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15 August 2018
The Supreme Court recently ruled in a case in which an employee had challenged the lawfulness of a warning issued by their employer. Prior to this case, Norwegian lawyers had generally been of the view that warnings were part of an employer's right of management and that the courts would not try cases challenging such warnings as they have no actual consequence.
The employee was a chief officer in a Norwegian shipping company who, at the time of receiving the warning, occasionally acted as a captain. After receiving the warning, he was no longer given the opportunity to act as a captain.
The employee claimed that the warning had been issued in retaliation to his whistleblowing. He petitioned the courts for compensation and the withdrawal of the warning. The key question in the case was whether the Supreme Court would accept an isolated claim for the withdrawal of the warning.
The Supreme Court pointed out that this question had never been considered. According to Section 1-3 of the Dispute Act, actions that are brought before the court must be "legal claims" and the "claimant must show a genuine need to have the claim determined against the defendant". This is determined based on a "broad assessment of the relevance of the claim and the parties' connection to the claim". For an action to be a 'legal claim' it must be governed by legal rules.
The Supreme Court stated that although no rules explicitly regulate warnings, case law stipulates that they may have an effect when assessing whether a termination is objectively justified. Further, the Supreme Court stated that according to case law, an employee can challenge the validity of their employer's decisions in accordance with the employer's right of management. Based on this case law, the Supreme Court concluded that an employee's claim to withdraw a warning can be considered a legal claim. The Supreme Court made exceptions for cases where the employee is given less serious feedback and stated that employees must take legal action in a timely manner after receiving a warning.
After concluding that the claim for withdrawal was a legal claim, the court considered whether the employee had "a genuine need to have the claim determined". The common view among Norwegian lawyers has been that employees will generally not need to have a warning considered by the courts, as warnings have no direct consequences for employees.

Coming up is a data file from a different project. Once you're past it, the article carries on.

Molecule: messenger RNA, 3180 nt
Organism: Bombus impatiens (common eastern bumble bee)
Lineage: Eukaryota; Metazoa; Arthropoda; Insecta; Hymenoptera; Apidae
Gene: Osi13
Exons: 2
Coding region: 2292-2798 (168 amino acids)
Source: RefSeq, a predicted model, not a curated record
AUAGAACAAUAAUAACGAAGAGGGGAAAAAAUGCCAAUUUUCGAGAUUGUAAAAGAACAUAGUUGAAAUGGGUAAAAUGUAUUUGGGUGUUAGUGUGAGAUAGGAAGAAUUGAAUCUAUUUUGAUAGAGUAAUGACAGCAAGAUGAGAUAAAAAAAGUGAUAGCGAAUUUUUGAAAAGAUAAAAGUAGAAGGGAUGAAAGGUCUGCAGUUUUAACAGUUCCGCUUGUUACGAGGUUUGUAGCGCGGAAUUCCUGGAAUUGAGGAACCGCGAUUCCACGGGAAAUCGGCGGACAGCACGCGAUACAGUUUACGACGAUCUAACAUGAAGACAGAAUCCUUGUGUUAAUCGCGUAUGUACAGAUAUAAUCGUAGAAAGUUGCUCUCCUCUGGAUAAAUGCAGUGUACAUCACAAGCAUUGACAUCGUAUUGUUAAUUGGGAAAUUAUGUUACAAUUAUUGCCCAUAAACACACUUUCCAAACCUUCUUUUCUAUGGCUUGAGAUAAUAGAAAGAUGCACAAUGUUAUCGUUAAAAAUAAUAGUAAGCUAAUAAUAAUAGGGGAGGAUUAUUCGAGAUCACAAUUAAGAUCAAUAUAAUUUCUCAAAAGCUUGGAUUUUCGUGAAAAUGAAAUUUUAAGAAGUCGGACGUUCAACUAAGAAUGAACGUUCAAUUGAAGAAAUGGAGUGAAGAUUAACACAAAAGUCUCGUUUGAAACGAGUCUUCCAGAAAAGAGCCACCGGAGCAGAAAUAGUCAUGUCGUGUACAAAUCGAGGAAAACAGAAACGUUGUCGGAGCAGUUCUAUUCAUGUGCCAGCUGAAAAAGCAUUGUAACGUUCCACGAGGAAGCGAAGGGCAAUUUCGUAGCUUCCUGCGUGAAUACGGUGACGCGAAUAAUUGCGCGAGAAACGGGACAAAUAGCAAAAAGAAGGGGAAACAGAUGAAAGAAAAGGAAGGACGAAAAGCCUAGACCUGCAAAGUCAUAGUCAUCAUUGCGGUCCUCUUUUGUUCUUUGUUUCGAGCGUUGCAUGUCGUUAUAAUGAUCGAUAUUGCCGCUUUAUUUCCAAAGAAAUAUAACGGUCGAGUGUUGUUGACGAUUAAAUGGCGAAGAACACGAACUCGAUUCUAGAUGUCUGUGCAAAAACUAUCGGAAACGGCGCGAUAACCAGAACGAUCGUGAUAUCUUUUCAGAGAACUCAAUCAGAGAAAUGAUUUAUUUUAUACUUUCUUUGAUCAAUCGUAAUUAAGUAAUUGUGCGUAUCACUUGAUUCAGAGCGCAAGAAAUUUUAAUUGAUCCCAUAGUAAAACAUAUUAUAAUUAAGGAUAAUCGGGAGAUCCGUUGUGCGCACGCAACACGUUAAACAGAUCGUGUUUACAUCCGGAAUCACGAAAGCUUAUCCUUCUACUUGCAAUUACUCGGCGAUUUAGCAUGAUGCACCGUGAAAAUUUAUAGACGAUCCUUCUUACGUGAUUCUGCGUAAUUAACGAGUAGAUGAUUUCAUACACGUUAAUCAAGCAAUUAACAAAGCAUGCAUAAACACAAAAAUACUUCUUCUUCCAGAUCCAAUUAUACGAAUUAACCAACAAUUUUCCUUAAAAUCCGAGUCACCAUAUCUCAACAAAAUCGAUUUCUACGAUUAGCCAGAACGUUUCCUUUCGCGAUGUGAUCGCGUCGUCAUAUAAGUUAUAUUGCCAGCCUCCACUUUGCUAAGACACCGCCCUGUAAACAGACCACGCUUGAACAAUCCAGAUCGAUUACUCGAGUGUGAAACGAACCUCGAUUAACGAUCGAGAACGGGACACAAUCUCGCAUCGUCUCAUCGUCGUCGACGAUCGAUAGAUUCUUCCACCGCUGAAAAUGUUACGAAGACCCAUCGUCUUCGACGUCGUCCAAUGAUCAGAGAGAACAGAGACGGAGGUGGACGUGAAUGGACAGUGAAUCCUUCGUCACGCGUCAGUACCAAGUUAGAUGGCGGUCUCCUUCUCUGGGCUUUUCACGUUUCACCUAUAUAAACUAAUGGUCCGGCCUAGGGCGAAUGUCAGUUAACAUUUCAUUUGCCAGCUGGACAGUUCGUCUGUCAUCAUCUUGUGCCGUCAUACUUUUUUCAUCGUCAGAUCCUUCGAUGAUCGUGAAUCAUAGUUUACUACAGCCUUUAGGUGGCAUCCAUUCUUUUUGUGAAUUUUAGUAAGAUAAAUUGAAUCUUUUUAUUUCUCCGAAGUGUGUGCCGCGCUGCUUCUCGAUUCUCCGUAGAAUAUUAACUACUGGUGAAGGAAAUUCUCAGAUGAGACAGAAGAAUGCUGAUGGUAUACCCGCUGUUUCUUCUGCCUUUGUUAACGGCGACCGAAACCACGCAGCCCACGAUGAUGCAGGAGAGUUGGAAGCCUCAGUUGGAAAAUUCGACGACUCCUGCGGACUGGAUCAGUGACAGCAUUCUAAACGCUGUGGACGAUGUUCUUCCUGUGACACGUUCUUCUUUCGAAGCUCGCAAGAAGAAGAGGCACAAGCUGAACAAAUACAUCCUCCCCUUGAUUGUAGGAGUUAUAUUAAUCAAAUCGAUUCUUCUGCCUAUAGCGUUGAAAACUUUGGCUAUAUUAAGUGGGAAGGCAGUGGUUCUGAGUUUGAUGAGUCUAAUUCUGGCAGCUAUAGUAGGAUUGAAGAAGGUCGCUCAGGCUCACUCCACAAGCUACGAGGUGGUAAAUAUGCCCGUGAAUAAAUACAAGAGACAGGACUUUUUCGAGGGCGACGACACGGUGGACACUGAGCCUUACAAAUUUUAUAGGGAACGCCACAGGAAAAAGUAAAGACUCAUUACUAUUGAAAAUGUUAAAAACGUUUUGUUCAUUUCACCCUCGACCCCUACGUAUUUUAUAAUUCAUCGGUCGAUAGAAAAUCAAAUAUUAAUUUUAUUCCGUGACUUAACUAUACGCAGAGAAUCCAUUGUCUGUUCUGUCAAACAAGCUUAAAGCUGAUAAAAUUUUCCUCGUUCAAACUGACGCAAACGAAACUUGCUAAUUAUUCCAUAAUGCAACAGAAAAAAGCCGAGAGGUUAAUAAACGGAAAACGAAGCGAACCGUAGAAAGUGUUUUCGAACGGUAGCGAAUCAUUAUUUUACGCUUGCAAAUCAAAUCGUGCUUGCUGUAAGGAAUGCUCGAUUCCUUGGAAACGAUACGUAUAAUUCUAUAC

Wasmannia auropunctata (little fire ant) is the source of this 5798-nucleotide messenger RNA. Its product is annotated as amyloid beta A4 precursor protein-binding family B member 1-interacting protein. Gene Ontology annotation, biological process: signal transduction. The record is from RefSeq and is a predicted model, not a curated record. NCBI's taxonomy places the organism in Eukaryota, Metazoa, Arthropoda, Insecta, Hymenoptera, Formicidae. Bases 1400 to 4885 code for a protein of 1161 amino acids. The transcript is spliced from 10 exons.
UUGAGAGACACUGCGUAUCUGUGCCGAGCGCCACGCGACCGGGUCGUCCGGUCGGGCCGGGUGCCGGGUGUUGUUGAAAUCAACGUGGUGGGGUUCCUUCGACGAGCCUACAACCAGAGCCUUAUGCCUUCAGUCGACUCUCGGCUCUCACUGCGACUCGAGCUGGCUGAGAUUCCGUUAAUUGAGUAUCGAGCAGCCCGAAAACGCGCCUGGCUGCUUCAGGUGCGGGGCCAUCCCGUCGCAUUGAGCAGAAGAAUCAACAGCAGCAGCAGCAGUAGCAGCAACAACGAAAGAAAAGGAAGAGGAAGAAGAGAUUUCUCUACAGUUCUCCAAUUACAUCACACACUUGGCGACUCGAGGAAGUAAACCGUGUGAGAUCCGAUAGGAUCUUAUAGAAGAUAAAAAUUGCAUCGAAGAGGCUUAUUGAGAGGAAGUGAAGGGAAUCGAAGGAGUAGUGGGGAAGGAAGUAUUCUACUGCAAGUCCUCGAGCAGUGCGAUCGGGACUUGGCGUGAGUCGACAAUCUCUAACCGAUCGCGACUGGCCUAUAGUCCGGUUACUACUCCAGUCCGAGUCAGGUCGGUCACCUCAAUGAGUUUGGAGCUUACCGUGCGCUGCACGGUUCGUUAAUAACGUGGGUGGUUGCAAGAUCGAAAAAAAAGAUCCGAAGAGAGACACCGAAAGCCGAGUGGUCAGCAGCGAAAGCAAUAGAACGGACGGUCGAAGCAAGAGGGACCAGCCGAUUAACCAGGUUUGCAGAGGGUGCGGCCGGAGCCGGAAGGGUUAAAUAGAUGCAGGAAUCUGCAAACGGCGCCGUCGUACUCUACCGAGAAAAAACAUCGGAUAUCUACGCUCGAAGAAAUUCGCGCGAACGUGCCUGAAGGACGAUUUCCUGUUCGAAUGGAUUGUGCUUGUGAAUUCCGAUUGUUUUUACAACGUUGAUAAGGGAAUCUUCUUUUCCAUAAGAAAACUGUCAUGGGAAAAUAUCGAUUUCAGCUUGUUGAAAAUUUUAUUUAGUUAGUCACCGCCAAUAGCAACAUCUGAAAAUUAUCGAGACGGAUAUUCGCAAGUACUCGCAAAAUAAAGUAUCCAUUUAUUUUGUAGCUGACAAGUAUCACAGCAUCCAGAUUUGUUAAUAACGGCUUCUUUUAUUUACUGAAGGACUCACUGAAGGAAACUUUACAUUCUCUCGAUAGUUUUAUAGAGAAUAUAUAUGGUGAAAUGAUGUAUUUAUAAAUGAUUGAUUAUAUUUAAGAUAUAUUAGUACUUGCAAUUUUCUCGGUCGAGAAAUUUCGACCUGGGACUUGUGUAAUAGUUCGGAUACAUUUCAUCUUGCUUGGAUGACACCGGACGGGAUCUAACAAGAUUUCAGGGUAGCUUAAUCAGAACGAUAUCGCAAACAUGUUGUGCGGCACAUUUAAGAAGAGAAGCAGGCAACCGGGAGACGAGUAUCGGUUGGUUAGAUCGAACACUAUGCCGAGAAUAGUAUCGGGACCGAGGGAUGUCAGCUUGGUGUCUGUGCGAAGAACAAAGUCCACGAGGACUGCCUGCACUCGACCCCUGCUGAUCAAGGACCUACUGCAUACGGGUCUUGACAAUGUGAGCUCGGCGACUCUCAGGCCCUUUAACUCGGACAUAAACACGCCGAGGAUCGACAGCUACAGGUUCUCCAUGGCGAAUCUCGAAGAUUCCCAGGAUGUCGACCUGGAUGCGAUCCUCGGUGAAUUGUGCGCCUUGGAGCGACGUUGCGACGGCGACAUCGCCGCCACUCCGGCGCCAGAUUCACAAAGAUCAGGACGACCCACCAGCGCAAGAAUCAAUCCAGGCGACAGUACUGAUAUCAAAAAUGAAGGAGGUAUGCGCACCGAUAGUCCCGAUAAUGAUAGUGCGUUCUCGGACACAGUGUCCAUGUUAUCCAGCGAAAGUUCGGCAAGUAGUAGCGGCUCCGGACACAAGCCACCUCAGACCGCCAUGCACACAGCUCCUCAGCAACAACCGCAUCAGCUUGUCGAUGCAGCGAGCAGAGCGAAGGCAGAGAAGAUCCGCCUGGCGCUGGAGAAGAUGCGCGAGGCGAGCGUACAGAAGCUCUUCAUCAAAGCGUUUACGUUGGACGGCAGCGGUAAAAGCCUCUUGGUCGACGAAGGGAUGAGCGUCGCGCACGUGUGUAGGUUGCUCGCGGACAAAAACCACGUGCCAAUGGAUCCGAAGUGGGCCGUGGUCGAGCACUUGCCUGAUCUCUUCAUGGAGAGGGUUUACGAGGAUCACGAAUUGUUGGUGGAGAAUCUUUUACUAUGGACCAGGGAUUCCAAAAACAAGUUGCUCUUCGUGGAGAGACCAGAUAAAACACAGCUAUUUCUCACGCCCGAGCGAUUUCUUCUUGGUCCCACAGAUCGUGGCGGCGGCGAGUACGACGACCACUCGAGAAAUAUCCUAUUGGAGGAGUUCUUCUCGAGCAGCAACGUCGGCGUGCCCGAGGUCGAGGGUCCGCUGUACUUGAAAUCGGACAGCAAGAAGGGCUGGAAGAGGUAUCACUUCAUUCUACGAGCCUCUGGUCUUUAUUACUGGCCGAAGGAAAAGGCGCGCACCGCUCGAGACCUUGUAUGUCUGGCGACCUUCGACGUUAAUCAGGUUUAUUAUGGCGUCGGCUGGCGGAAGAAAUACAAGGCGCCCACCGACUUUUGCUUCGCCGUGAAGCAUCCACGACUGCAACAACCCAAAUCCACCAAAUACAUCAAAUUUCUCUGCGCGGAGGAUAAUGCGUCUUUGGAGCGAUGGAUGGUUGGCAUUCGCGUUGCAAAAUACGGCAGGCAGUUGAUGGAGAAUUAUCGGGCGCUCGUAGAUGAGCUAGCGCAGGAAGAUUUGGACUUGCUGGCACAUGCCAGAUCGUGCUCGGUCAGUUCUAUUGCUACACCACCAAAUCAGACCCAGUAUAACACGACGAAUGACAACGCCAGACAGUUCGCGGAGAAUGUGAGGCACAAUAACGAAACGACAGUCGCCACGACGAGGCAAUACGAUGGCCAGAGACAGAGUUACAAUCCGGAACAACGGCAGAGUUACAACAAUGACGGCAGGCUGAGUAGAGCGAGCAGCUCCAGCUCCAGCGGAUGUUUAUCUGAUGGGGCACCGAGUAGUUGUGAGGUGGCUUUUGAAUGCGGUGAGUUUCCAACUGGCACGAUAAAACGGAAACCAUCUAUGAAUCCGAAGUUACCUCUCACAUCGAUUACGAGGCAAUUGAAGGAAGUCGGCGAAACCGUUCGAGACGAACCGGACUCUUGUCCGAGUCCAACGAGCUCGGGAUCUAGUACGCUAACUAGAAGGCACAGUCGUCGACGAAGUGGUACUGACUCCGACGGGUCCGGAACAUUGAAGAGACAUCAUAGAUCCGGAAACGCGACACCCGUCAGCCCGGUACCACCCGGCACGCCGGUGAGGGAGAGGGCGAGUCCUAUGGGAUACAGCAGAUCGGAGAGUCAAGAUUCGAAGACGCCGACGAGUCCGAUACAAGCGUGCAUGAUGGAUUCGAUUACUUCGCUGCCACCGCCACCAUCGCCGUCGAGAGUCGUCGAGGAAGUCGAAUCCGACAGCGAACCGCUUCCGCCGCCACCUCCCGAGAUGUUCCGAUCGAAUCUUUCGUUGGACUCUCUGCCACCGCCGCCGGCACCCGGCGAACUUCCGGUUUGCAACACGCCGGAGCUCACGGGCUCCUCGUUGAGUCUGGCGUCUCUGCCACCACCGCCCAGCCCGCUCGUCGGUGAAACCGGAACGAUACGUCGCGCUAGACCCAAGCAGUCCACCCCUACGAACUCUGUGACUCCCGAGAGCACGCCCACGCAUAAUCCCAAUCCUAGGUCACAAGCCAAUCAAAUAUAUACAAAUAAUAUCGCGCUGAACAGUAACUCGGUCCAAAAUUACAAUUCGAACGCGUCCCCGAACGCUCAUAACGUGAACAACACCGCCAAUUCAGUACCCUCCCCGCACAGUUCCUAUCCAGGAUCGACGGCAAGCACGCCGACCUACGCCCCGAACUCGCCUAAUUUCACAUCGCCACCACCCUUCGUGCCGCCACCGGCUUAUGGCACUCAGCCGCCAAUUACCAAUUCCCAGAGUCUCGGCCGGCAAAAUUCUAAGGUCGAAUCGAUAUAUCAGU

However, the Supreme Court saw differently in this case. It stated that although warnings normally have only an immediate effect for employees, they are important with regard to a possible termination in future. The Supreme Court subsequently assessed the significance of the warning in the case at hand for the chief officer. It pointed out that the warning had had an immediate effect his working conditions, as he was no longer given the opportunity to act as a captain and therefore suffered an economic loss. The Supreme Court therefore concluded that the employee had "a genuine need to have the claim determined".
The Supreme Court's ruling states that employees may challenge the lawfulness of a warning that they receive from their employer in the courts. However, it is unclear whether:
Although the ruling has given rise to the question of when employees will have a legal interest to challenge warnings before the courts, it infers that in cases where the employee can show that the warning is likely to affect their working conditions, the courts are likely to accept the claim.
Conversely, if it is unlikely that a warning will have any consequences for the employee, the court may conclude that the employee has no "genuine need to have the claim determined".
Following this ruling, Norwegian employers should take care to document that they have followed an objectively justified procedure before issuing a warning to an employee.
For further information on this topic please contact Ole Kristian Olsby at Homble Olsby Advokatfirma AS by telephone (+47 23 89 75 70) or email (email@example.com). The Homble Olsby Advokatfirma website can be accessed at www.homble-olsby.no.
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